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The Democratic Party has a job to do.

First, deliver us from the evil of Donald Trump. Next, get America focused on our longer-term national disasters — the undermining of democracy, the grotesque overconcentration of wealth and income, the swollen power of corporations and financial privateers, the rapid heating of the air and seas, to name a few.

That’s the task that, more than many of us might like, we are counting on the Democrats to tackle over the next few years. It’s a mission that some elements of the party have yet to take to heart. I offer in evidence a transcript of last week’s presidential debate and the results of my first foray into computer-assisted textual analysis – a search for appearances of the letters t-a-x.

Sixty-nine. That’s how many times somebody or other mentioned taxes or taxing or taxation. In fairness to the candidates, the culprit was often one of the so-called moderators. Marc Lacey of the New York Times got the ball rolling with his multiple attempts to make Elizabeth Warren acknowledge, with Bernie Sanders, that taxes for middle-income families could go up to cover the cost of the Medicare for All plan that both candidates support. Since Warren declined the invitation, Lacey’s main achievement was to demonstrate that an old-fashioned print scribe could do tax gotcha as mindlessly as any TV newshound.

Sadly, though, a number of would-be Presidents insisted on getting into the game. Joe Biden raised the mythical specter of a $10,000 tax hit to “firefighters and schoolteachers” and went on sermonize (in a post-debate interview) about the need to “be candid and honest with the American people.” Amy Klobuchar lectured her fellow candidates along similar lines, declaring that “we owe it to the American people to tell them where we’re going to send the invoice.”

Pomposity ran rampant. Canned attack lines abounded. Warren’s failure to say just how she would fill a “multi-trillion-dollar hole in this Medicare for All plan” was, according to Pete Buttigieg, emblematic of “why people here in the Midwest are so frustrated with Washington in general and Capitol Hill in particular.” Once a supporter of Medicare for All, Mayor Pete had just a few months earlier urged his rivals to “stand up for the right policy” and “stop worrying about what the Republicans will say” since “they’re going to say we’re a bunch of crazy socialists” regardless. In last week’s spin room, a different-sounding Buttigieg complained that Warren had been “more specific and forthcoming about the number of selfies she’s taken than about how this plan is going to be funded.”

Not to be left behind (except in the polls), Beto O’Rourke answered a wealth-tax question with the observation that Warren sometimes came across as “more focused on being punitive and pitting some part of the country against the other instead of lifting people up and making sure that this country comes together around those solutions.”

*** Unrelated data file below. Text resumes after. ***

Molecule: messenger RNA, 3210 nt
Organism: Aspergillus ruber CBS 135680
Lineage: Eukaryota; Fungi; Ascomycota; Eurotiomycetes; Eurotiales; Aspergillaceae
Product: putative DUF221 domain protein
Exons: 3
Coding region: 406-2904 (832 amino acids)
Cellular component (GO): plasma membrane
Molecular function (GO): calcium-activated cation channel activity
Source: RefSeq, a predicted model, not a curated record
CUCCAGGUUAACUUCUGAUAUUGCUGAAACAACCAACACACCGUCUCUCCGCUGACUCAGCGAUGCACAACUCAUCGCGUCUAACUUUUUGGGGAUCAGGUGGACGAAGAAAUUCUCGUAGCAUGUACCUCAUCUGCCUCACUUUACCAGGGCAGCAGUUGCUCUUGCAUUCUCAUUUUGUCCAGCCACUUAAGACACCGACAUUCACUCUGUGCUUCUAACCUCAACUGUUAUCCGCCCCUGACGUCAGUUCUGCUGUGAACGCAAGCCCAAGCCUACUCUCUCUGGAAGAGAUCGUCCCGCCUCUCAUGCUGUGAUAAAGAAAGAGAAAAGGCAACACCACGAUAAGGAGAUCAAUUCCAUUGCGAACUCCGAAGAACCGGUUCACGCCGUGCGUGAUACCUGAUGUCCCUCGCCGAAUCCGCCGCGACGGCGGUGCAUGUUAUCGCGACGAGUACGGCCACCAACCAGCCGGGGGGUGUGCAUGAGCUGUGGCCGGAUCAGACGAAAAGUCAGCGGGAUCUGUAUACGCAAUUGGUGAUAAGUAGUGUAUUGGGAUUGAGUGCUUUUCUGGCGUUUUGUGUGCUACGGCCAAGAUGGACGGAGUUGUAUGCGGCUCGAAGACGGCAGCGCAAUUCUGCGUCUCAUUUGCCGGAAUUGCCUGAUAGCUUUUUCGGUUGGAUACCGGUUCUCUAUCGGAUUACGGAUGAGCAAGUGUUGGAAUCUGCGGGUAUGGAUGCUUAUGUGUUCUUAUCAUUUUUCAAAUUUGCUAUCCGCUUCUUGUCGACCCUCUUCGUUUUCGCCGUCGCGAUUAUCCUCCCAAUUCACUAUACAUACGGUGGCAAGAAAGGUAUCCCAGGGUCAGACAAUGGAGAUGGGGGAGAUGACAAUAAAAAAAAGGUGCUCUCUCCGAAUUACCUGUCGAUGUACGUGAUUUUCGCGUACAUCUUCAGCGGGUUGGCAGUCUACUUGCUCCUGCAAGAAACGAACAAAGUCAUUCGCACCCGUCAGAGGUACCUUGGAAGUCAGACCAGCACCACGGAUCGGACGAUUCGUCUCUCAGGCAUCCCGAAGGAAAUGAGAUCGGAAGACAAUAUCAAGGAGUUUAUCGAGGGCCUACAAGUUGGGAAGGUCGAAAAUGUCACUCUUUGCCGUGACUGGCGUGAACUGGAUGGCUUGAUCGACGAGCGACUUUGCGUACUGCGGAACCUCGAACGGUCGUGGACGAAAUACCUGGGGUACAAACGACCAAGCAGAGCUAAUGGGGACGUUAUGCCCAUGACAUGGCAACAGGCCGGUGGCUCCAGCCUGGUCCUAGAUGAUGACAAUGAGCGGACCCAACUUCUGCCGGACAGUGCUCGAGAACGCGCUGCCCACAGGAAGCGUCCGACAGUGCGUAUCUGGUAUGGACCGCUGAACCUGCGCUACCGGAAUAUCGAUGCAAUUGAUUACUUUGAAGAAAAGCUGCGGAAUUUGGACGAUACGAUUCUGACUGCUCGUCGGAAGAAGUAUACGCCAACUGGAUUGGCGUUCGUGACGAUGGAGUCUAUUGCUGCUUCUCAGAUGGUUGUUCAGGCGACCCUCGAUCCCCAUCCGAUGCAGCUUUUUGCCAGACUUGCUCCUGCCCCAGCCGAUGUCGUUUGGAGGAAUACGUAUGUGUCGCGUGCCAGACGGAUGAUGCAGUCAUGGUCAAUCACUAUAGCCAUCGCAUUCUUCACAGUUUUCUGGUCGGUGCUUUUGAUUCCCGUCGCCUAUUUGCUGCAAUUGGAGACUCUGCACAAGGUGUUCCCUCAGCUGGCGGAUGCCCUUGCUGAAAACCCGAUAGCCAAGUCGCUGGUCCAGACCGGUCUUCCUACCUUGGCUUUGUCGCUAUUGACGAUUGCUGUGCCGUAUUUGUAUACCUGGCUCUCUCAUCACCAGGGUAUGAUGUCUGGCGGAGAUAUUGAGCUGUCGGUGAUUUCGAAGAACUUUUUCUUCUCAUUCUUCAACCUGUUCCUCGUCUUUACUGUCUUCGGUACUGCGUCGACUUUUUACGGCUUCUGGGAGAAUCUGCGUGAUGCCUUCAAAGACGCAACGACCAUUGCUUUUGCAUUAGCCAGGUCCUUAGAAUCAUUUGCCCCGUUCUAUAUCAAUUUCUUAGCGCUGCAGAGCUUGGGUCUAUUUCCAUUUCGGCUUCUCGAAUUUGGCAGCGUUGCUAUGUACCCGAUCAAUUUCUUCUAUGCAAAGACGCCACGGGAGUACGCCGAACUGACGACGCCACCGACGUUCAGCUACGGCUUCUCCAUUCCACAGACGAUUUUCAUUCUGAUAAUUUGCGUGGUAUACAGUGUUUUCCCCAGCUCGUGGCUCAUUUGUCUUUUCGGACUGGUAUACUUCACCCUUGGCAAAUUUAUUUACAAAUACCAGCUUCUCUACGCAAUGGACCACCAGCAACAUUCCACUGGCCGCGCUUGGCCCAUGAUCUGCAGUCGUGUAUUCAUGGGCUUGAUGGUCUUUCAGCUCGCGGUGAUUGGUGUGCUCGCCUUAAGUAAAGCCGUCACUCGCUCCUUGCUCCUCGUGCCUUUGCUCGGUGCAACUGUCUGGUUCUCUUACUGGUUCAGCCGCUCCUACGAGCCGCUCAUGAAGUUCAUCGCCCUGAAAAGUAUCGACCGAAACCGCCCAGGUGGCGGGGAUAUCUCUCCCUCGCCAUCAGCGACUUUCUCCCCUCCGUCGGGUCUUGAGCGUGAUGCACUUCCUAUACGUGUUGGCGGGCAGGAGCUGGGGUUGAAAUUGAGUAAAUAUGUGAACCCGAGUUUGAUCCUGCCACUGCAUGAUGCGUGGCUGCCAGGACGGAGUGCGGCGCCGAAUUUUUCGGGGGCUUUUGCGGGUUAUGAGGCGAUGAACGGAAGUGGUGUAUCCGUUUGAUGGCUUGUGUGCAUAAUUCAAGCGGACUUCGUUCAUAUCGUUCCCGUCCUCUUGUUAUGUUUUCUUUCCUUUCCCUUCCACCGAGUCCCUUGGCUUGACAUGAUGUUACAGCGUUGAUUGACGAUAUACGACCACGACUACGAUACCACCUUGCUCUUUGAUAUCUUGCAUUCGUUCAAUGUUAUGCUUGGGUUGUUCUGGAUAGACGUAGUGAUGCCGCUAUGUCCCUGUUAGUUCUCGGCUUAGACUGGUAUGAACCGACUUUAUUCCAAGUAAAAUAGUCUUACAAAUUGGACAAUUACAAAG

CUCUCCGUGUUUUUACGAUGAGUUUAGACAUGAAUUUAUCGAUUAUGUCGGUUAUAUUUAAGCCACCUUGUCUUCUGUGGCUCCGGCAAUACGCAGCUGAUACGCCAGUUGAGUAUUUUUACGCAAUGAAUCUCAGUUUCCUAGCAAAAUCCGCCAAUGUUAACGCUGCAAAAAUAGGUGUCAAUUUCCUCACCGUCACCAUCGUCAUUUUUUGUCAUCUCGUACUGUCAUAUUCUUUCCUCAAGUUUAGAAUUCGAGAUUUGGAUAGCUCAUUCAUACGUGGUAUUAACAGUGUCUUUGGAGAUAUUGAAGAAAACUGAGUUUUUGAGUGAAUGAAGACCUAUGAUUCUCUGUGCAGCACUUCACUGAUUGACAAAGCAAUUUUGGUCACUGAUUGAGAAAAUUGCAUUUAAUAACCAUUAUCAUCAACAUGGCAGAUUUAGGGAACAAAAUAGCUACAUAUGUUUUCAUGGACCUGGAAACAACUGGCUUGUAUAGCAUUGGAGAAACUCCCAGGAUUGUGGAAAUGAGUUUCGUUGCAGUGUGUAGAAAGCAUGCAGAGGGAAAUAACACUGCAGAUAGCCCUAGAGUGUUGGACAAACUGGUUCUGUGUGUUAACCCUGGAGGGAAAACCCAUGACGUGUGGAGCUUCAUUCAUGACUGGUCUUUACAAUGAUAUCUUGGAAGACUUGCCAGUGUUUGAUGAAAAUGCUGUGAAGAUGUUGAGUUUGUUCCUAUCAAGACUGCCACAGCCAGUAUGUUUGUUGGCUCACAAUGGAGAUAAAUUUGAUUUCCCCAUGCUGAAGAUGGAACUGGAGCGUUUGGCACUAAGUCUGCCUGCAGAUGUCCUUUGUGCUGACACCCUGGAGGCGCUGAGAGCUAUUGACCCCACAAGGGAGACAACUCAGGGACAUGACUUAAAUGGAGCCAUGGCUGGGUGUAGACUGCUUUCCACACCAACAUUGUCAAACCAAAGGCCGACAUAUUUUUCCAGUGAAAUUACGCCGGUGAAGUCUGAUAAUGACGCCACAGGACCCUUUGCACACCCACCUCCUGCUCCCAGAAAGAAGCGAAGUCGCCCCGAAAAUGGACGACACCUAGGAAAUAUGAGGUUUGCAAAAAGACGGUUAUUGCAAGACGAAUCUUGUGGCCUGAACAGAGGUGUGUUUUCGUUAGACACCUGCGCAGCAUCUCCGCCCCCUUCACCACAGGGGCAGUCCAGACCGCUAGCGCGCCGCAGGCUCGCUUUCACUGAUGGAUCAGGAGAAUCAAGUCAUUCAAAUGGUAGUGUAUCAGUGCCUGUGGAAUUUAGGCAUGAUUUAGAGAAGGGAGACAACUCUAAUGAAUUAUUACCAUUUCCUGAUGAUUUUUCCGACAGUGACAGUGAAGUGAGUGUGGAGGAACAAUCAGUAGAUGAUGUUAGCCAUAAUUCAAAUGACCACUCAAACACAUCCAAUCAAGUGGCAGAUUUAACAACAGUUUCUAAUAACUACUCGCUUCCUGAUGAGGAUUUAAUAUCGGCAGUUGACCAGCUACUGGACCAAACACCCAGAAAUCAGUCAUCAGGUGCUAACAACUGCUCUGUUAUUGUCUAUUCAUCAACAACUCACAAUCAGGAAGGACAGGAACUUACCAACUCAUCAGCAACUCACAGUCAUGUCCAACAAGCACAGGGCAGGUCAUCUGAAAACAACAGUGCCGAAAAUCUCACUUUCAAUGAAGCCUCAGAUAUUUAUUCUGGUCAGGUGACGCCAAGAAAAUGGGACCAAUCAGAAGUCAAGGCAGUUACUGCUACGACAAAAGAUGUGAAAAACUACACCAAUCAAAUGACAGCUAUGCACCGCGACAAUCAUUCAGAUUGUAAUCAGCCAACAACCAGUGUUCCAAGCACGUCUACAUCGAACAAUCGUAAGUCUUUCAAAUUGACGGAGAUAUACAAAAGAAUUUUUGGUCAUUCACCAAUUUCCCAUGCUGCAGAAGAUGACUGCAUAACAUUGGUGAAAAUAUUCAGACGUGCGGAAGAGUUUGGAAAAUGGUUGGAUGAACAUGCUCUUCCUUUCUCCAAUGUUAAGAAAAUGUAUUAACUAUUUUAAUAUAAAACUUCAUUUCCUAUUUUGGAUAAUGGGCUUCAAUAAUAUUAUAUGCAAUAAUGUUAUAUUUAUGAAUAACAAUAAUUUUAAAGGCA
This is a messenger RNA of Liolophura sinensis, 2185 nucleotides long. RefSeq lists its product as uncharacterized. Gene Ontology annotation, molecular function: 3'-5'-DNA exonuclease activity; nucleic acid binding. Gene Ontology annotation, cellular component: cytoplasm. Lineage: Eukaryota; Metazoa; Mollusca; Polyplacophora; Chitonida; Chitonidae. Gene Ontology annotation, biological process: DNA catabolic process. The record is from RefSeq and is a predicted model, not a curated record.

It was a dubious characterization of Warren and her campaign. Substituting the word party for country, however, it was a pretty apt assessment of the latest turn in the candidacies of O’Rourke, Biden, Klobuchar, and Buttiegeg.

Shabby oneupsmanship aside, the scare talk about taxes was disheartening. Once upon a time, Democrats left that sort of thing to Republicans. After Ronald Reagan rode the California property-tax revolt into the Governor’s mansion and the White House, many Democratic lawmakers were cowed into voting for his top-heavy tax cuts. Then an opportunistic band of “New” and “Third Way” Democrats sold their party on the neoliberal agenda of low marginal tax rates, deregulation, monopoly-coddling, union-scorning and corporate-centric trade pacts. It turned out to be a poor formula for “lifting up” the have-nots and have-lesses, but a great boon to the fortunes of the have-mores and have-mosts.

And so, along with all the Democratic Party’s other challenges, it must now work very hard to rebuild its credibility as a champion of the unwealthy and unconnected.

Of the 2020 candidates, Sanders and Warren have led the way in this crucial project. Both have come up with brave policy ideas. They have been brave on the tax front as well, even if Warren has pointedly refused to create a telltale bit of “I will raise taxes” video for Republicans to use in their attack ads, which, as she well knows, will carefully omit whatever she might add about the impact on health, health care and what people with and without insurance have to pay for it.

When Democrats make Warren out to be a dangerous tax-hiker, they feed into the anti-government cynicism that was and remains the other party”s chief stock in trade. That would be bad form in any election season. It is shameful behavior among those engaged in a collective effort to end the rottenest and most dangerous presidency of at least our lifetimes.

If I had a more sophisticated analytical toolkit, I would not be content to count variations on the T-word. I would develop a metric for references to the public goods that taxes make possible — clean-energy innovation, public transport, schools, white-collar law enforcement and the rest. When candidates up and down the Democratic ticket start bringing up those things more often than they speak of taxes, their party will be in a far better state of readiness for the assignment that awaits.


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